The vCenter Single Sign-On server is the vSphere platform service that will be in between the vSphere solution, such as vSphere Web Client, vCenter, vCloud Director,etc., and the identity sources that are available within the customer infrastructure.
vCenter Single Sign-On has been introduced within the vSphere environment for the following reasons:
·Provide one single sign-on solution for authentication across all management applications;
·Support for multiple user identity repository solutions;
·One central point for authorization and auditing within the vSphere environement;
·Trust between components using token exchange, in stead of each solution having it’s own identity creation and authorization process;
·Support for open standard authentication protocols: SAML 2.0 and WS-TRUST.
Besides the improvements mentioned above, vCenter Single Sign-On can now also be setup with a in a more resilient setup. This will result in a high availability level for authentication in the vSphere environment.
For more information about the vCenter Single Sign-On Server look at the “vSphere 5.1 – What’s New vCenter Server”
When creating a design for your cloud environment you always have to take the physical components, such as compute, network & storage into account. These components are the foundation that your cloud environment will be build on. A good design of these components is crucial for your overall design, the performance and resilience of your solution. Fact remains that you can’t know it all, but when you do want to know it, then the best way is to learn it from the experts.
Now we have the chance to do so. Three experts in the field of storage released two books about storage in relation to virtual cloud environments.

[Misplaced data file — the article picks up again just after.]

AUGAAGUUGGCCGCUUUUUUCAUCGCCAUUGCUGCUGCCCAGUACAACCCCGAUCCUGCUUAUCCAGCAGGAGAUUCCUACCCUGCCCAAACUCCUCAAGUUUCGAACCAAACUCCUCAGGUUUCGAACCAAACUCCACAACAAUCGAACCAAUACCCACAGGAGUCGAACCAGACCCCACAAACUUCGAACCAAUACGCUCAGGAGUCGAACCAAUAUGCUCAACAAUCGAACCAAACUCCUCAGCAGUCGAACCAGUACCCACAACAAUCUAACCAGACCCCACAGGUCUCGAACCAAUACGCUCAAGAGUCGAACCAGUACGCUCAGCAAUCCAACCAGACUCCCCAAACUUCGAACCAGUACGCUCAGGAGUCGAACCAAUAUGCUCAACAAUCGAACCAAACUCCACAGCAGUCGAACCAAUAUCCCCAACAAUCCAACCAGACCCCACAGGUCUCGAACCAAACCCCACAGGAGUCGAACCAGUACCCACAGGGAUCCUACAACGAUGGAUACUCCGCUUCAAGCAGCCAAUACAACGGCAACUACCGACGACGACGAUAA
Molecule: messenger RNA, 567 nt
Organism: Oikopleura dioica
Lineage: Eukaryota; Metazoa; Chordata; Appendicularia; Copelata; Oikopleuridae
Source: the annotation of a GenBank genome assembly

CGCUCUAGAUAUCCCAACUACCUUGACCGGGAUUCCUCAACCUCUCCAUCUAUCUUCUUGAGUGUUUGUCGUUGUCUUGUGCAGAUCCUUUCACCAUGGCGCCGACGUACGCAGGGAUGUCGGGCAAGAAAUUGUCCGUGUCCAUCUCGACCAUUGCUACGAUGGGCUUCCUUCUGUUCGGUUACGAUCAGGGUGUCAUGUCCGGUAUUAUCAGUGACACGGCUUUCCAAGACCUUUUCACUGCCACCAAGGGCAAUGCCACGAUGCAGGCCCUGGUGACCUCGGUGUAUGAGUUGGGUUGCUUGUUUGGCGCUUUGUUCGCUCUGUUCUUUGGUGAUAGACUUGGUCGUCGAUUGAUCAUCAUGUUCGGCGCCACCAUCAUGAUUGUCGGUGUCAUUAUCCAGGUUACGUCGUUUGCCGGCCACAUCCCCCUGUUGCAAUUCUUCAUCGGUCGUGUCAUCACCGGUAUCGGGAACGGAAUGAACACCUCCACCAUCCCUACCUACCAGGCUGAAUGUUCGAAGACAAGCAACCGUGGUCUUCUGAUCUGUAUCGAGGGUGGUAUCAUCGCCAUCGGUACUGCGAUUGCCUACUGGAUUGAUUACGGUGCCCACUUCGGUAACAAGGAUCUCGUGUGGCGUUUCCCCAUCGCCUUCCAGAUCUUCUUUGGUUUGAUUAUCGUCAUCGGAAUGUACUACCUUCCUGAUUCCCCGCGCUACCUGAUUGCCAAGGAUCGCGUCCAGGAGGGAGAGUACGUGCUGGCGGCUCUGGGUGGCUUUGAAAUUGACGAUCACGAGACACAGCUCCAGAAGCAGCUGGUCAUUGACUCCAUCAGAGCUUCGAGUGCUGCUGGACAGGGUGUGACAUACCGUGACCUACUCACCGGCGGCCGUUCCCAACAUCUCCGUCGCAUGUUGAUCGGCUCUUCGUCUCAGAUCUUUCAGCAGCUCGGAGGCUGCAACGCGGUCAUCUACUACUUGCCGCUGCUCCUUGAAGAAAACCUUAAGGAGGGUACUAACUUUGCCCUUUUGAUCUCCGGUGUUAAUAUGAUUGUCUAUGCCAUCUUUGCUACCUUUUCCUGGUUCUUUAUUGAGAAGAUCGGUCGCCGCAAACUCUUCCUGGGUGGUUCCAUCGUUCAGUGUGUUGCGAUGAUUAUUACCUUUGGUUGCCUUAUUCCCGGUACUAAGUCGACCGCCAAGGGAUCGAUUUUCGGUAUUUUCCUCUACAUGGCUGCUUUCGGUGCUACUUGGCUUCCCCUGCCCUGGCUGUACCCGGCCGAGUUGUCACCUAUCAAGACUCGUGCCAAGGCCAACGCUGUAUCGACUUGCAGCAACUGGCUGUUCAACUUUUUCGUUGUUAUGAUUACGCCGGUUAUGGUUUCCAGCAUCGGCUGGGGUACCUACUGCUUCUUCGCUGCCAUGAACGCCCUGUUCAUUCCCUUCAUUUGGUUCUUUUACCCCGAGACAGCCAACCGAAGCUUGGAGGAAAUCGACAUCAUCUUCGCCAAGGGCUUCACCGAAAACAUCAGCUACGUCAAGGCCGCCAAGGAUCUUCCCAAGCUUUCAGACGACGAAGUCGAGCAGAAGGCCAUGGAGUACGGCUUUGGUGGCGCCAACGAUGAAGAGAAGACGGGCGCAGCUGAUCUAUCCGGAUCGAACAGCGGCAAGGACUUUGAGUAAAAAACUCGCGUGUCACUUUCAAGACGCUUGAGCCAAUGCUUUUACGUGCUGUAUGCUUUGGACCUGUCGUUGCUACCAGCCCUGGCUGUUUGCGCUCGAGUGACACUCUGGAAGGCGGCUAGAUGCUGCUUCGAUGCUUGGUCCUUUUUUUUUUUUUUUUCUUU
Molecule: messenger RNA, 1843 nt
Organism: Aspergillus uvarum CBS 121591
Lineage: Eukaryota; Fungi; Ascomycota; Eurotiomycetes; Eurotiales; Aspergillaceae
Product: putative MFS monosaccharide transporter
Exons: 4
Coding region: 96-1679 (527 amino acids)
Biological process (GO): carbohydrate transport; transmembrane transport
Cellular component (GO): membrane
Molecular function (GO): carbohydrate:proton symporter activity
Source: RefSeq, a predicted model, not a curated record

“The more important VMware virtualized infrastructure becomes, the more important virtualization storage becomes. Virtualization storage planning and management is complex, and it’s been almost impossible to find authoritative guidance – until now. In Storage Implementation in vSphere 5.0, one of VMware’s leading experts completely demystifies the “black box” of vSphere storage, and provides illustrated, step-by-step procedures for performing virtually every task associated with it. Mostafa Khalil brings together detailed techniques and guidelines, insights for better architectural design, planning and management best practices, common configuration details, and deep dives into both vSphere and external storage-related technologies. He gives technical professionals the deep understanding they need to make better choices, solve problems, and keep problems from occurring in the first place. This book answers crucial, ground-level questions such as: How do you configure storage array from “Vendor X” to support vSphere “Feature Y”? How do you know you’ve configured it correctly? What happens if you misconfigure it? How can you tell from logs and other tools that you have a problem – and how do you fix it? Most of the author’s troubleshooting techniques are based on his own personal experience as a senior VMware support engineer helping customerstroubleshoot their own vSphere production environments – experience that nobody else has.”